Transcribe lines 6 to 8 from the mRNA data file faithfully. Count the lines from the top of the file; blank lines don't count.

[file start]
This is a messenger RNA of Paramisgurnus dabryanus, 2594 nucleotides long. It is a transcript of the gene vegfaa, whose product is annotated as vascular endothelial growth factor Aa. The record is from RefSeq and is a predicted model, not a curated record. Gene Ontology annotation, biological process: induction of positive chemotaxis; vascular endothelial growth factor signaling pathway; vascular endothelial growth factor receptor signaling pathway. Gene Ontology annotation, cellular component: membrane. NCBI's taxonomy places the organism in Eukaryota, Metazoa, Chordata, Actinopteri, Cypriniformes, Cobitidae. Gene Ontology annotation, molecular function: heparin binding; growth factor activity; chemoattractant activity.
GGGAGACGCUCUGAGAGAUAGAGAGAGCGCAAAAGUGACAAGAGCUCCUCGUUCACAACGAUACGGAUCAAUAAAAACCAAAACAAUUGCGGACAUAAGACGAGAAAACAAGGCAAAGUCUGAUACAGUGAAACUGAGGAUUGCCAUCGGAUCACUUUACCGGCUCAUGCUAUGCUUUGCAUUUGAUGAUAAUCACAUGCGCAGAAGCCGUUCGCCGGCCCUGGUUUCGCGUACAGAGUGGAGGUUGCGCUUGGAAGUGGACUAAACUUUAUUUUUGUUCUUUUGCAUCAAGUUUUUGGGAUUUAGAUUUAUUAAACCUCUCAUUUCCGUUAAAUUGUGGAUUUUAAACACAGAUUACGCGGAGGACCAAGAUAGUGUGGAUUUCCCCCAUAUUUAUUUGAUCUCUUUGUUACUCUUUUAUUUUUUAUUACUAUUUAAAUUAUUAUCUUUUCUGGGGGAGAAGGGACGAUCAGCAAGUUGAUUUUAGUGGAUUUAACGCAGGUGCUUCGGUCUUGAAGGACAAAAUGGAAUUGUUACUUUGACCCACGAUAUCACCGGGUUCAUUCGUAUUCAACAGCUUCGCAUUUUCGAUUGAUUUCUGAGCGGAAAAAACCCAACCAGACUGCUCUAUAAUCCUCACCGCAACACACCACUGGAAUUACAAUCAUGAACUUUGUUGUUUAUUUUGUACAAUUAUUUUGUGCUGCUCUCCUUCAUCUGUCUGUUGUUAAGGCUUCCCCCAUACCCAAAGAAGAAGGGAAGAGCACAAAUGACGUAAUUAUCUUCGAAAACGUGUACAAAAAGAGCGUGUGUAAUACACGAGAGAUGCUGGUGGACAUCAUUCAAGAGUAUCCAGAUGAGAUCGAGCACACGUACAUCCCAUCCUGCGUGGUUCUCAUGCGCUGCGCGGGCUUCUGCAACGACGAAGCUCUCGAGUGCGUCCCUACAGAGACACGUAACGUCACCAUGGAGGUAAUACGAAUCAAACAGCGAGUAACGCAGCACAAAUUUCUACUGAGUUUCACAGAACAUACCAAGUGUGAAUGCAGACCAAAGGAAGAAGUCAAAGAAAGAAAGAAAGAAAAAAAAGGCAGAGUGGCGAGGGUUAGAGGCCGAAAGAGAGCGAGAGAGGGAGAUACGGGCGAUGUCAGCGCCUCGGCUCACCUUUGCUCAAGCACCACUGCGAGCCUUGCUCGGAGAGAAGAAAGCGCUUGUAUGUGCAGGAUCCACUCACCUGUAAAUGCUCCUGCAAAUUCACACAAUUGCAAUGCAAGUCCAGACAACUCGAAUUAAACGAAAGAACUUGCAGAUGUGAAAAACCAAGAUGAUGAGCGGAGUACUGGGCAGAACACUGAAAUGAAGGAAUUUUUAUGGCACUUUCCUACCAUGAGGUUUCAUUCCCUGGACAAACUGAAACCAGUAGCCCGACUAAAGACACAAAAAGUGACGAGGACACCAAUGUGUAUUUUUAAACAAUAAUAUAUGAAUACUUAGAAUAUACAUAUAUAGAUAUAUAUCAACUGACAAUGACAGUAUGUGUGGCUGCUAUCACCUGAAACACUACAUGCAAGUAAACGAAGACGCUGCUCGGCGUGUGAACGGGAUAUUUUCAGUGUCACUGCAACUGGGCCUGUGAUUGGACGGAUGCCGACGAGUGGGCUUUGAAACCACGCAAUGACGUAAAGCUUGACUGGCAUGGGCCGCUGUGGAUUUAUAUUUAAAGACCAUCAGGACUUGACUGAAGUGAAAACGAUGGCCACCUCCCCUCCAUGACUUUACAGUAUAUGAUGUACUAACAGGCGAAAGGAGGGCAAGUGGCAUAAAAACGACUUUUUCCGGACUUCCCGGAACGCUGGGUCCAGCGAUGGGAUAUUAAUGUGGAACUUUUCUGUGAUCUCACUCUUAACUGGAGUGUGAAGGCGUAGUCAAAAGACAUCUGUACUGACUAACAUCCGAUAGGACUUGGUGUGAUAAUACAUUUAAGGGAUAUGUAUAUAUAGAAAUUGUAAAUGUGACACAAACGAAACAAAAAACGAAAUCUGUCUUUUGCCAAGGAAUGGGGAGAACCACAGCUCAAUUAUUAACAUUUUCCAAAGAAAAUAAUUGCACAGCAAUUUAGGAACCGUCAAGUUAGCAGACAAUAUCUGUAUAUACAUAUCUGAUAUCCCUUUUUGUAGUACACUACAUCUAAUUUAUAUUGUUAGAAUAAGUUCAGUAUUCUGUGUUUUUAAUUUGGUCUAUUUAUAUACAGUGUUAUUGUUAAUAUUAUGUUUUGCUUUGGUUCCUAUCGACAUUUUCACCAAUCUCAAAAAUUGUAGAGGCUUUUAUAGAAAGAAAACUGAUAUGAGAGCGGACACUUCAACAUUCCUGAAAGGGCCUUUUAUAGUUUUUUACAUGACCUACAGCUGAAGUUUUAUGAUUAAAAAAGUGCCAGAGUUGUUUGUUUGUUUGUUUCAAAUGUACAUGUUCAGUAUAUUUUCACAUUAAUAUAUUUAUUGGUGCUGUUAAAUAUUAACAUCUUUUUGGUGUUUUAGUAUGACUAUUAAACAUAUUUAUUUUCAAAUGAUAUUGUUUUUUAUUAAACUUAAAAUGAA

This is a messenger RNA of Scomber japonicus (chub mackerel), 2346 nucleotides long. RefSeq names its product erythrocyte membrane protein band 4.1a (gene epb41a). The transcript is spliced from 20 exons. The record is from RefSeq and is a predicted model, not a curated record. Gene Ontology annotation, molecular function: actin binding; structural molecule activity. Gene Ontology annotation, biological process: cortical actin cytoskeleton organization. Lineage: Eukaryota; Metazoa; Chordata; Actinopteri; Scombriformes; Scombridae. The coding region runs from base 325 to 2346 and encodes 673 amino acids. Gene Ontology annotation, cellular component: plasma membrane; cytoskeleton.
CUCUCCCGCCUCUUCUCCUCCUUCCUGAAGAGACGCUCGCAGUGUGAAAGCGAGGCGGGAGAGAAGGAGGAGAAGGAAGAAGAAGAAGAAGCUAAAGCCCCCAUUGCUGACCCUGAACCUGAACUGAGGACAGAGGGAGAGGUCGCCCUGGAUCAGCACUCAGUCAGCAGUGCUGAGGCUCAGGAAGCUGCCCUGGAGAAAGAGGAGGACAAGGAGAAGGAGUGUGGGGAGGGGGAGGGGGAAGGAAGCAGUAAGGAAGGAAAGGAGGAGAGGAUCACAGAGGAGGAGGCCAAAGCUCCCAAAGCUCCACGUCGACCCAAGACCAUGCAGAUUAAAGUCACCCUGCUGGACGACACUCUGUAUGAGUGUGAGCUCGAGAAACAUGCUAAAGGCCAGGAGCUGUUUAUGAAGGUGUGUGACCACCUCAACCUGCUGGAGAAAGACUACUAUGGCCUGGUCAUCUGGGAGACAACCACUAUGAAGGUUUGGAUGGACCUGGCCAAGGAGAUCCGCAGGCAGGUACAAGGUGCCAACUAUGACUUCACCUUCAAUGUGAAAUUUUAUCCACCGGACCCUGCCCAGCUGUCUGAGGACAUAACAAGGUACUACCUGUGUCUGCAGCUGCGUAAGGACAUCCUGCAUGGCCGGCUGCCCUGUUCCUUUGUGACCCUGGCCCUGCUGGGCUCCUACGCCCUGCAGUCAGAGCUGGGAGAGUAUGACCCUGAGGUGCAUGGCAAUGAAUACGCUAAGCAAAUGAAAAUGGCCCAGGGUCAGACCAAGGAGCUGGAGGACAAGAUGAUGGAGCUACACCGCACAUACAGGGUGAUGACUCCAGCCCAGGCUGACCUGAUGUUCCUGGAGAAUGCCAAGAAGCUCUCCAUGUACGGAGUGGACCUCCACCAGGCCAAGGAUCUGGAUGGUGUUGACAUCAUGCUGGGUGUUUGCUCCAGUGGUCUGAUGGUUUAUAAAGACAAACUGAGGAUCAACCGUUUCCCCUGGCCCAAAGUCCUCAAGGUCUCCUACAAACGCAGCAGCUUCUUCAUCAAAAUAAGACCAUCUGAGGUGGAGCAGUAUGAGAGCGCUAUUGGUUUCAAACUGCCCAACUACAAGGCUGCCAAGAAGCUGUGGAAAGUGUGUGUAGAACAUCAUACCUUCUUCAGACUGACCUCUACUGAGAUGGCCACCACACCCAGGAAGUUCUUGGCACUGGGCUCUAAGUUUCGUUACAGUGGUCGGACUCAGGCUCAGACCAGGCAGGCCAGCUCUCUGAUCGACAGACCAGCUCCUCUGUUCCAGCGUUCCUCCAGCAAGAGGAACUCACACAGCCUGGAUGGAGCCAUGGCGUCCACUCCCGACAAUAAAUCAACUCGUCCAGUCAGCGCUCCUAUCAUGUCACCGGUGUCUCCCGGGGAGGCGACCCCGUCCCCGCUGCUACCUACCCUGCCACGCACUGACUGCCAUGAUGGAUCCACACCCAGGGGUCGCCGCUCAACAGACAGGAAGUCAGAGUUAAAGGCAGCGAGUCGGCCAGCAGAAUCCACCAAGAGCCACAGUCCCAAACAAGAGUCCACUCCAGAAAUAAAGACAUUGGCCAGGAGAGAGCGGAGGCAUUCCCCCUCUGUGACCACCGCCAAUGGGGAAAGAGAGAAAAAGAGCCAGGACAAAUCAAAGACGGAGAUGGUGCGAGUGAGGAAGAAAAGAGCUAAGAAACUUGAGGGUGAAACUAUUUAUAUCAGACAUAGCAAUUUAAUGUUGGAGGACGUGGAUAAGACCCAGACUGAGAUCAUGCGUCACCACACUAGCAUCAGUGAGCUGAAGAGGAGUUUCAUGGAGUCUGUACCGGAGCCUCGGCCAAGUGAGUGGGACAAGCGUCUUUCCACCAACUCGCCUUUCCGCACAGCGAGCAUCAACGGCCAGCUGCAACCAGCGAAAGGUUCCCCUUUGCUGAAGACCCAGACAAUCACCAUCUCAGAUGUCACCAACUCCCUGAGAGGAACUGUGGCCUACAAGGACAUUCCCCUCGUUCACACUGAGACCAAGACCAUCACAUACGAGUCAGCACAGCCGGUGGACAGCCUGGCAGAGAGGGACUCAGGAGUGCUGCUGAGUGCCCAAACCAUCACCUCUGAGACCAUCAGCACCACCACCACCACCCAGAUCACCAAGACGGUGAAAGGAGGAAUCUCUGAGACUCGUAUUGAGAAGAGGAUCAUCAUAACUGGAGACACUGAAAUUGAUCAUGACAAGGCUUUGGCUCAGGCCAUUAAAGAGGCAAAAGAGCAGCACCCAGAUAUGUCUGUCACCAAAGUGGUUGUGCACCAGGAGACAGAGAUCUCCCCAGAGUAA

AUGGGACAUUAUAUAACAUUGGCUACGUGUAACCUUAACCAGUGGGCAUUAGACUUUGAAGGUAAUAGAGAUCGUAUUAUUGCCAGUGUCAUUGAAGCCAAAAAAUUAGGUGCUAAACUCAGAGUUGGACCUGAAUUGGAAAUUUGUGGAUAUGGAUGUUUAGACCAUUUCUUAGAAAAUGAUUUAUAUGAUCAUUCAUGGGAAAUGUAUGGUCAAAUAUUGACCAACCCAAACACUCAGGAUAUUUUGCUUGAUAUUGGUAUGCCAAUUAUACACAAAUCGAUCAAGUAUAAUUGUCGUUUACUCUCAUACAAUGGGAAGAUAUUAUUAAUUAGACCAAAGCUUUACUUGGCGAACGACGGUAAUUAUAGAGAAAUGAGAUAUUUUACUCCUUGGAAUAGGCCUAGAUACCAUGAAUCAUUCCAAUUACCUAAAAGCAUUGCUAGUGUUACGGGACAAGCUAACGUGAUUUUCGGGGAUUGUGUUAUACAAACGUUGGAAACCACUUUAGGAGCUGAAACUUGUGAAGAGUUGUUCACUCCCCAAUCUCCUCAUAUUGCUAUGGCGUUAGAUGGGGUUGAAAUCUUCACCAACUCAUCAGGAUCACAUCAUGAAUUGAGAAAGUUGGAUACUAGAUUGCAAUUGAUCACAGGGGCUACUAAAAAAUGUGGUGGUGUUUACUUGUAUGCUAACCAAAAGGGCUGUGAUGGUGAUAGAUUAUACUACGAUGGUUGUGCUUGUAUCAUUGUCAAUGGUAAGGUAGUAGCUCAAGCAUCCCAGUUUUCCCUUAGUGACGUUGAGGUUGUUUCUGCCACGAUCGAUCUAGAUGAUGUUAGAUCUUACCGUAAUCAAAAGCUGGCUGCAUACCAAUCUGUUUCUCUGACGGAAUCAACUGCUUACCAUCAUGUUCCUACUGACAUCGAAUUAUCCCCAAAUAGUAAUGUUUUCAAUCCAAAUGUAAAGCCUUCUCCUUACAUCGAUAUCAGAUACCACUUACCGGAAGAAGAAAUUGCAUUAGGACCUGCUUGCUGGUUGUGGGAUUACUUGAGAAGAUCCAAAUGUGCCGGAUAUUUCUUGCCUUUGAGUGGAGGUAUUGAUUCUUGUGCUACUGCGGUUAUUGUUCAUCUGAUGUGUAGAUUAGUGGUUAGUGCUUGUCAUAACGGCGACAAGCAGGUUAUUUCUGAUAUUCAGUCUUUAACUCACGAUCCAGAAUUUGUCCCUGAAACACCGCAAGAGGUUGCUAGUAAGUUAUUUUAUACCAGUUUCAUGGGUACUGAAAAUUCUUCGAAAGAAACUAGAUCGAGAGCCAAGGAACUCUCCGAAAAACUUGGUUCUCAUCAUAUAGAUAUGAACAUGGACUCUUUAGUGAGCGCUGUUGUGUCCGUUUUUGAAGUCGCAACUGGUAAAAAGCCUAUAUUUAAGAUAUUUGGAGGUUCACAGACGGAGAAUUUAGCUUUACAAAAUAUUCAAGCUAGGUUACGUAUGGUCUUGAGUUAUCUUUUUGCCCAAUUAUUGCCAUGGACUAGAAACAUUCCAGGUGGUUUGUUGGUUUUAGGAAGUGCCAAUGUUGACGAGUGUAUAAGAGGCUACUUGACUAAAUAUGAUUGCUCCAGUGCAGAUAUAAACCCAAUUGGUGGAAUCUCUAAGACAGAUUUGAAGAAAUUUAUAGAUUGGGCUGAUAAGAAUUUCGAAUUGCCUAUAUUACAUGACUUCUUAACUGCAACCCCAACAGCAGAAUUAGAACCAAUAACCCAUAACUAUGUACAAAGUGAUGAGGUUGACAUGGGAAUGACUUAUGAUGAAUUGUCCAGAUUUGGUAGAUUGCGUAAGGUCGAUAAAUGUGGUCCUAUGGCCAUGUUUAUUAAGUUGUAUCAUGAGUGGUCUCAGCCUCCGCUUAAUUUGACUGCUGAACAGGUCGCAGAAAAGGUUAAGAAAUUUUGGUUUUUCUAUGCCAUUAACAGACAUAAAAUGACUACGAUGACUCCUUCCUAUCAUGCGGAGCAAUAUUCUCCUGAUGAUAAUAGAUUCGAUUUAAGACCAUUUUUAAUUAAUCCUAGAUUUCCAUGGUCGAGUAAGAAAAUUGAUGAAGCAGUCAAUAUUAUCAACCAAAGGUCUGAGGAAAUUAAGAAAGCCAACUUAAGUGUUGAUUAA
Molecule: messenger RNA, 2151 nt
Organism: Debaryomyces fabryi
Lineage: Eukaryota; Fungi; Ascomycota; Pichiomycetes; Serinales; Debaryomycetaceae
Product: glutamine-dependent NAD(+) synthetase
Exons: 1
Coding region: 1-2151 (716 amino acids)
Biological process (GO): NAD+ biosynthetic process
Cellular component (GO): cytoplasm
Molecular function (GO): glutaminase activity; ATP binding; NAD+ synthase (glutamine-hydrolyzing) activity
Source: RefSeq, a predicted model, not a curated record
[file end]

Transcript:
Molecule: messenger RNA, 2151 nt
Organism: Debaryomyces fabryi
Lineage: Eukaryota; Fungi; Ascomycota; Pichiomycetes; Serinales; Debaryomycetaceae